Author’s Blog
20th Feb

2014

Cutting Sugar Out of Your Family’s Diet

ingredientsWriting a blog on sugar has been on my list for a while now.  It’s a sticky issue (no pun intended) because sugar is everywhere, hidden in foods using other names and an ingredient in every special holiday recipe, not to mentioned all processed foods. Should we stop making Auntie Retta’s Christmas cookies, Grandma Betty’s tangerine-lime marmalade, Kay’s pecan balls?  Do you take your coffee with milk and sugar? Can you find a bottle of iced tea without it?  Or a yogurt?  And your favorite cookie or candy bar?  Forget it.

Two books you should read if you really want to improve your family’s health are “Salt,  Sugar and Fat” by Michael Moss and “Fat Chance: Beating the Odds Against Sugar, Processed Food, Obesity and Disease” by Dr. Robert Lustig, a pediatric endocrinologist from the University of California-San Francisco. With the rising incidence of obesity and diabetes, among other health problems related to metabolic syndrome, we are on the path to becoming one of the sickest nations on the planet.  And all research points to sugar as one of the biggest culprits.

So, I am on a mission, along with my daughters, to make delicious, slightly sweetened baked treats for our family.   I haven’t had white sugar in my house for decades, but the “natural,” less processed variety in my pantry is not a lot better.  We’ve already replaced the bad oils and some of the butter with olive and coconut oils and applesauce.  Now we’re using date sugar (ground up dates) and a little Grade B maple syrup or honey (from my own bees!) for sweeteners…and less of them! Not bad, especially if you are making a wholesome treat, with dried and fresh fruits, nuts and spices.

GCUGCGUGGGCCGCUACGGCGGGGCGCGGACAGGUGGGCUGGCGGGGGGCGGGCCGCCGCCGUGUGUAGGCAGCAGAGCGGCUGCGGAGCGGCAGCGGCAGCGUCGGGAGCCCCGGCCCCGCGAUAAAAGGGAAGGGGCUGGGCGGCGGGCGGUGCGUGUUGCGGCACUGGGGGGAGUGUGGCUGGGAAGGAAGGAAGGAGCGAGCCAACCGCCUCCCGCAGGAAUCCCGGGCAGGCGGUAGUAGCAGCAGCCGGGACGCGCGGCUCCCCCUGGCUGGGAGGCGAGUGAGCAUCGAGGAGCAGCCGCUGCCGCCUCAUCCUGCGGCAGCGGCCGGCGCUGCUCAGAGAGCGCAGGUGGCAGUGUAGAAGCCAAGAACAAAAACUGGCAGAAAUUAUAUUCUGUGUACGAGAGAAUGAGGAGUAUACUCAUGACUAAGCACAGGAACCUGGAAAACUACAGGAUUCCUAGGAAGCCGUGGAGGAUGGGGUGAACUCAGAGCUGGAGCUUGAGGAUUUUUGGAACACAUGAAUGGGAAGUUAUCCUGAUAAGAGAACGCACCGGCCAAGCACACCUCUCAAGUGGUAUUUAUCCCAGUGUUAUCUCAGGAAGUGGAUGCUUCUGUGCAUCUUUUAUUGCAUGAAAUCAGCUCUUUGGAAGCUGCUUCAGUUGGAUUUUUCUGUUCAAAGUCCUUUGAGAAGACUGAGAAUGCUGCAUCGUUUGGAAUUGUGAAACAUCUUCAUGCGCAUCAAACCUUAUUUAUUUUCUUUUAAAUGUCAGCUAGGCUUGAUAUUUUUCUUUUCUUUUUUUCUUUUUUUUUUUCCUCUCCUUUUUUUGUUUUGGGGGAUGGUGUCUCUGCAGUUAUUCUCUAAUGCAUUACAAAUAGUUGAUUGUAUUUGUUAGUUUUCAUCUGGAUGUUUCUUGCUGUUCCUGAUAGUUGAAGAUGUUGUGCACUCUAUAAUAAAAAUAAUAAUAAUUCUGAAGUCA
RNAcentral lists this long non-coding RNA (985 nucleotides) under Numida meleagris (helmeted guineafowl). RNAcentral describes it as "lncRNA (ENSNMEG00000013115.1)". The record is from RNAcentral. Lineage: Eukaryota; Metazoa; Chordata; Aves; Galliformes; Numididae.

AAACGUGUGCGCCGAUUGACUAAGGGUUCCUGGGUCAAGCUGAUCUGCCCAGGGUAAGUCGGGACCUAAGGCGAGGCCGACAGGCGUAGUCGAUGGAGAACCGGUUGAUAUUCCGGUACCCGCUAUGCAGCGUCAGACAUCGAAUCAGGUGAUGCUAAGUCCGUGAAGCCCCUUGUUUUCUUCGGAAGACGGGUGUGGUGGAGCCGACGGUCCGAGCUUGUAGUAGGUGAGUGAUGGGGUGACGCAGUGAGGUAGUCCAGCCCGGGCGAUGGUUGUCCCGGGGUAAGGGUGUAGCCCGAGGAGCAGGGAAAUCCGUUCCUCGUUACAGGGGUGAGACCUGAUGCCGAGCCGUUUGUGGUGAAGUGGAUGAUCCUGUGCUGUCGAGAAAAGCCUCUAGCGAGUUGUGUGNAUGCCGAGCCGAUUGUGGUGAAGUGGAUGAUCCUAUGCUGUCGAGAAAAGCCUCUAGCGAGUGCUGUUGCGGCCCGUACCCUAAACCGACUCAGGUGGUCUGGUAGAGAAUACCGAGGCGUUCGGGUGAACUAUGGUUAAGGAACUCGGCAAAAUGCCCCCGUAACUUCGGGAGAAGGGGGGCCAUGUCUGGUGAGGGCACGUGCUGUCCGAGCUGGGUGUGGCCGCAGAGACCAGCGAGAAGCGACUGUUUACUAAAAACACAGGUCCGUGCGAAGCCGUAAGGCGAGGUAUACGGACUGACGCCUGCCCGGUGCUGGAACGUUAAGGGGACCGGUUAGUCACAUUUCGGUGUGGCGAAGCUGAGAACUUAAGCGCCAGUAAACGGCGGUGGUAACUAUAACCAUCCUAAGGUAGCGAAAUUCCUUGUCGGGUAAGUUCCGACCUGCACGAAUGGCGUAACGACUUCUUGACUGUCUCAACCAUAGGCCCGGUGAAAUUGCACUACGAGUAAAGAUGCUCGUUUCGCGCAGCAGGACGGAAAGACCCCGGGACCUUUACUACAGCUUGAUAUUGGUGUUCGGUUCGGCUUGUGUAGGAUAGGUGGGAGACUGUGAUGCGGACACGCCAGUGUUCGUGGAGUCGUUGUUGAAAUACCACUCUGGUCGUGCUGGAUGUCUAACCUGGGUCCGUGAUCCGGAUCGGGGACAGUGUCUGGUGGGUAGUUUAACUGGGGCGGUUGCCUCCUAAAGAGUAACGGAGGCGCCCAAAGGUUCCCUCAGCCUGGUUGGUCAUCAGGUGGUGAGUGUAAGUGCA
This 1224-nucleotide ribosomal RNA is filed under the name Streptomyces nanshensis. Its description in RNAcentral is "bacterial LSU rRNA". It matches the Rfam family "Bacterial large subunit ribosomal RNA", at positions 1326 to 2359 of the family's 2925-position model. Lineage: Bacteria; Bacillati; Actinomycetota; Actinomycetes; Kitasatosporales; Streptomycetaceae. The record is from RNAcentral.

Carrot, zucchini or pumpkin breads, oatmeal fruit cookies and even chocolate cakes are delicious without the refined sugars.  When you consider that an 8 ounce yogurt and a can of soda each have about 9 teaspoons of sugar, then a whole loaf cake with about the same amount really delivers a lot less in a single serving!

The 22 teaspoons of sugar the average American eats every day come from GMO sugar beets and corn….yet another reason to stay away!  Try to eat whole, unprocessed foods (mostly plants), drink water or tea instead of
juice or soda, experiment with using whole fruits to sweeten favorite foods. I had a strawberry shake this morning with plain Greek yogurt and frozen strawberries from last summer’s harvest.  Just sweet enough!

And yes, I will revise some of our favorite holiday recipes too.  Change is good, especially if it means better health!

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